Wednesday, January 2, 2013
The bill eases portions of the so-called "fiscal cliff."
The U.S. House of Representatives approved a deal late Tuesday to ease portions of the "fiscal cliff," according to the Huffington Post. How did our local representatives in Congress vote? Rep. Ed Markey, D-Malden, Rep. John Tierney, D-Salem, and Rep. Mike Capuano, D-Somerville, each supported the measure. The compromise was approved by the Senate at 2 a.m. Tuesday, and despite talk of rejecting it, the House ultimately passed the bill by a vote of 257 to 167. Sens. John Kerry, D-MA, and Scott Brown, R-MA, both supported the measure in the Senate. "Just voted for the fiscal cliff bill," Brown said on his Facebook Page at 1:55 a.m on New Year's Day. "Not the full answer but a small step forward. A lot of work next session. Good luck."
Friday, December 28, 2012
Congress is so focused on the fiscal cliff, the farm bill has yet to be renewed.
Come Jan. 1, there is a threat that milk prices could rise to $6 to $8 a gallon if Congress does not pass a new farm bill that amends farm policy dating back to the Truman presidency, reported the New York Times. If Congress does not renew the Farm Bill by Monday, Dec. 31, the milk price formula reverts back to 1949, reported CBS Boston. On average, a gallon of milk costs $3.65, according to the dairy industry. U.S. Agriculture Secretary Tom Vilsack said without a farm bill renewal farmers will be in a hurry to sell to the government, creating a shortage in the stores. It is estimated the price of milk could go as high as $8, he told the Capital Press. If the farm bill is not renewed the government will be forced to buy milk at inflated …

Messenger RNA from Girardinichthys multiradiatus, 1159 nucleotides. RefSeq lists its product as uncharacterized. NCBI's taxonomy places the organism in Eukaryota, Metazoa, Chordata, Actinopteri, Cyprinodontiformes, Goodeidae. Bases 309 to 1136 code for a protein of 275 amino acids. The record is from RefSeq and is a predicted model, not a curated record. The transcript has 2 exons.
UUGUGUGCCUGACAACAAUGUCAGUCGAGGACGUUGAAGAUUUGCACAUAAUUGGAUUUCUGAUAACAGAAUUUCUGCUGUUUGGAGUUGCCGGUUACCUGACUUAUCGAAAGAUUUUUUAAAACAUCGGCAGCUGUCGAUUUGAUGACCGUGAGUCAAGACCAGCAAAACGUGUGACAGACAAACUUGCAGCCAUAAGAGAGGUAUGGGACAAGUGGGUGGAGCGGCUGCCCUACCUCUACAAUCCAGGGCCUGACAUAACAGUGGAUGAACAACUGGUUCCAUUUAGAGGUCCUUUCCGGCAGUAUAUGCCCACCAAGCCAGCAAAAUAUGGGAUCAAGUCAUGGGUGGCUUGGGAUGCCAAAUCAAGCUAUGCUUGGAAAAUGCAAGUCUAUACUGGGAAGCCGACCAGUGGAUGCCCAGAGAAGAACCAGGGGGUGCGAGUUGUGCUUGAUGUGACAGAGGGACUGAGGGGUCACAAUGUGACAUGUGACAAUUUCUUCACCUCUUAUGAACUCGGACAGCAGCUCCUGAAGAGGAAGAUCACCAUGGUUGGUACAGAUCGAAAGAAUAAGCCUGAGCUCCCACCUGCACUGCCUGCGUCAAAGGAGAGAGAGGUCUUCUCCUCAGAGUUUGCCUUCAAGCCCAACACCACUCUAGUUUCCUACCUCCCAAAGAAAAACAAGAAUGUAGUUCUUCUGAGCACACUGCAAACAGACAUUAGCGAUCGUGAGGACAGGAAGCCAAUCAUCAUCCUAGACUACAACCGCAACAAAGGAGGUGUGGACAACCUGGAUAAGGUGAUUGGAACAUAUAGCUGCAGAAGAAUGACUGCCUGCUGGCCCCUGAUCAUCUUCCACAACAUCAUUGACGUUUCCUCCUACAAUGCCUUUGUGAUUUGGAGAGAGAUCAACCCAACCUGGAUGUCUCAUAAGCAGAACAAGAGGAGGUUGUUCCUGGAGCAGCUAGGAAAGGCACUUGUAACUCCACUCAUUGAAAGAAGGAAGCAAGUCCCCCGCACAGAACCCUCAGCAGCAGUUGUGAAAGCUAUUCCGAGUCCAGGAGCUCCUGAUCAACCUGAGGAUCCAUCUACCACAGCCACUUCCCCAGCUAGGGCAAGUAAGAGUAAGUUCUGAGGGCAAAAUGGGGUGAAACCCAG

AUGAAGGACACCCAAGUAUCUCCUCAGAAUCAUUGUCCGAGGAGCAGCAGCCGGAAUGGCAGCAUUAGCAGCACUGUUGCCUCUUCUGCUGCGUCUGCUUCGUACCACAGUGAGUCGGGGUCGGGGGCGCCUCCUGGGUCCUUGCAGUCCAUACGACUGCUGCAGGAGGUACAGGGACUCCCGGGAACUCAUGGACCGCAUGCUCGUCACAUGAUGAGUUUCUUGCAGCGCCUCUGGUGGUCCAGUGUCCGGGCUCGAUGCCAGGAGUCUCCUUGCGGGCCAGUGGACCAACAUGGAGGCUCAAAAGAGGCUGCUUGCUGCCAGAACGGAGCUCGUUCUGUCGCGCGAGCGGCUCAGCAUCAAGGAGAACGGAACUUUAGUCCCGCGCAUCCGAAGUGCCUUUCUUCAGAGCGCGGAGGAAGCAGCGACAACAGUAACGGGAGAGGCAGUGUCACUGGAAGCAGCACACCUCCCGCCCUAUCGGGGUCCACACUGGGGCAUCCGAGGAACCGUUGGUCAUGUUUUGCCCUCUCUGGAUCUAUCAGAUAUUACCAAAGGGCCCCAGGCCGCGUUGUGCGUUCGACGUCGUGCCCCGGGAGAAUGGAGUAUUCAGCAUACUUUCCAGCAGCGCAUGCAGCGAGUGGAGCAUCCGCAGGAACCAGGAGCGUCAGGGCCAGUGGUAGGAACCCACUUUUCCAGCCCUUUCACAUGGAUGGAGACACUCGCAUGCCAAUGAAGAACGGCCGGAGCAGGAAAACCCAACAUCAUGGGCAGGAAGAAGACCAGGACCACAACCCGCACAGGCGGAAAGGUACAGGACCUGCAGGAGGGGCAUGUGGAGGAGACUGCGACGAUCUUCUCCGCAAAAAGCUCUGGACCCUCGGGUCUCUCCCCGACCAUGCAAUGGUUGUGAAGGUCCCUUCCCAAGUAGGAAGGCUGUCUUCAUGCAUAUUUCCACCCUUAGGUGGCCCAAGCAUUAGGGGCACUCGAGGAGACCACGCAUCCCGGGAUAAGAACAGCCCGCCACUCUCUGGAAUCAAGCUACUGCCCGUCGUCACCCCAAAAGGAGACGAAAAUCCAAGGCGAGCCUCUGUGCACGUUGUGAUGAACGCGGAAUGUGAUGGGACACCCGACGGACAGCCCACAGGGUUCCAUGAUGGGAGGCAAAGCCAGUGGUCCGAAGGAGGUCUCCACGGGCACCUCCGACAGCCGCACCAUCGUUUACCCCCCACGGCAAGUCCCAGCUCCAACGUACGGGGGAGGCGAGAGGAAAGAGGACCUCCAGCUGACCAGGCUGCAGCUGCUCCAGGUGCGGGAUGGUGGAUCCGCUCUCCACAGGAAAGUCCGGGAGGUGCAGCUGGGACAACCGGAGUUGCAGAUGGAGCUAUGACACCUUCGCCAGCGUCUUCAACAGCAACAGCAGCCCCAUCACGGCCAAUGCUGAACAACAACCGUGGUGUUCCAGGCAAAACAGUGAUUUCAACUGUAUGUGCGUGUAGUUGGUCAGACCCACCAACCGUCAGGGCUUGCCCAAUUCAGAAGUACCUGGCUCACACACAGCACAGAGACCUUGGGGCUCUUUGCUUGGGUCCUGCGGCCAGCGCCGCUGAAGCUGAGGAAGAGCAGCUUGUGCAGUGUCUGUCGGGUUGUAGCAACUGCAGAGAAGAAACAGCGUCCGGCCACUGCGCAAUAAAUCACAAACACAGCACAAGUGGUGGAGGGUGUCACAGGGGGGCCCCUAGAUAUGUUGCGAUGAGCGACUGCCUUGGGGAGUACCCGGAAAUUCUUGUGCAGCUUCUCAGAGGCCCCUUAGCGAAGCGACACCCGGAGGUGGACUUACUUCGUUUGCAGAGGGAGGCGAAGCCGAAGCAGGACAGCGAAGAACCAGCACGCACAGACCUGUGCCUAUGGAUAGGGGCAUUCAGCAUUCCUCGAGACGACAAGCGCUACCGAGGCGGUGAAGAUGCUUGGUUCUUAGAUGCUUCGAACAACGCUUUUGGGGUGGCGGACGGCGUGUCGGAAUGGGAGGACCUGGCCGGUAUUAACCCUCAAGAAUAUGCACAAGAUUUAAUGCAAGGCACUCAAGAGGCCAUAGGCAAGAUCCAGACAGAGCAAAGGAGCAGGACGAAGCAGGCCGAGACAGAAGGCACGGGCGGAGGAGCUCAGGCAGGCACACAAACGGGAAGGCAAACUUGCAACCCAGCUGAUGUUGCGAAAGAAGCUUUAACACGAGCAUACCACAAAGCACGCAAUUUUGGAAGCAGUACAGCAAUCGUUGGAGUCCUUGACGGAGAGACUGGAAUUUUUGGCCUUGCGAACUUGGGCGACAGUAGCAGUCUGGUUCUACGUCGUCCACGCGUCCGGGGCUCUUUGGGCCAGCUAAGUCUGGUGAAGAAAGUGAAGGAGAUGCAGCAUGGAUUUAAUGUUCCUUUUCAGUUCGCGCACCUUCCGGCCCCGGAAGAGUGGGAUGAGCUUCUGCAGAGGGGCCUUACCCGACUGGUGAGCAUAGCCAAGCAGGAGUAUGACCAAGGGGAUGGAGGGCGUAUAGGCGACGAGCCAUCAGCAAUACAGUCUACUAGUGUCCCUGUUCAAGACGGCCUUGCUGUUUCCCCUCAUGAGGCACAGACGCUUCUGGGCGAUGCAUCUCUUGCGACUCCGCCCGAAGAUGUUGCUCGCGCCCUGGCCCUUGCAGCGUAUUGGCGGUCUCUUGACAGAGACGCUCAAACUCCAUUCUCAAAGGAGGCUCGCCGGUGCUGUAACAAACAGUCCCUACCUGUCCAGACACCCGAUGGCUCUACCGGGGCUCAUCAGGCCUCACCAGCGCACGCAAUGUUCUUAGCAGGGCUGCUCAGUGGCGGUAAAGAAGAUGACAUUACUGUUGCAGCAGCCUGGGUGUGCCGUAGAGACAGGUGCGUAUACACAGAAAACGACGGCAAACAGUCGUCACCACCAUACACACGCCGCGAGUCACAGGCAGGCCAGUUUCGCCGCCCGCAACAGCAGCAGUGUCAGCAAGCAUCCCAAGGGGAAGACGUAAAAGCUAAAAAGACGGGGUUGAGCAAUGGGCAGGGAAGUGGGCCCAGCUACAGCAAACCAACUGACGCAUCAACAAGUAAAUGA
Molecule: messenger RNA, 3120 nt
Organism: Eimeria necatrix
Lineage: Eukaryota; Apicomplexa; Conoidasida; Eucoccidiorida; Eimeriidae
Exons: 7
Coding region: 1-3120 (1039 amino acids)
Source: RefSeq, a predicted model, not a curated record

Tuesday, December 4, 2012
Massachusetts Democrats in Congress want to avoid cuts in benefits as part of any deal, but proposals such as raising the eligibility age for Medicare are still on the table. What would you do?
As Congress negotiates a deal to avoid the so-called "fiscal cliff" on Jan. 1, Massachusetts' congressional representatives have voiced their opposition to any cuts in benefits such as Social Security, Medicare and Medicaid, the Boston Globe reports. However, there are proposals still on the table that would change those benefit programs, including linking Social Security benefits to a more conservative inflation index that would slightly reduce annual increases, or raising the eligibility age for Medicare from 65 to 67. The Globe reported that while the Bay State's legislators were united against changes to Social Security, there's some wiggle room on Medicare. Rep. Ed Markey, who represents Framingham, opposes raising the Medicare …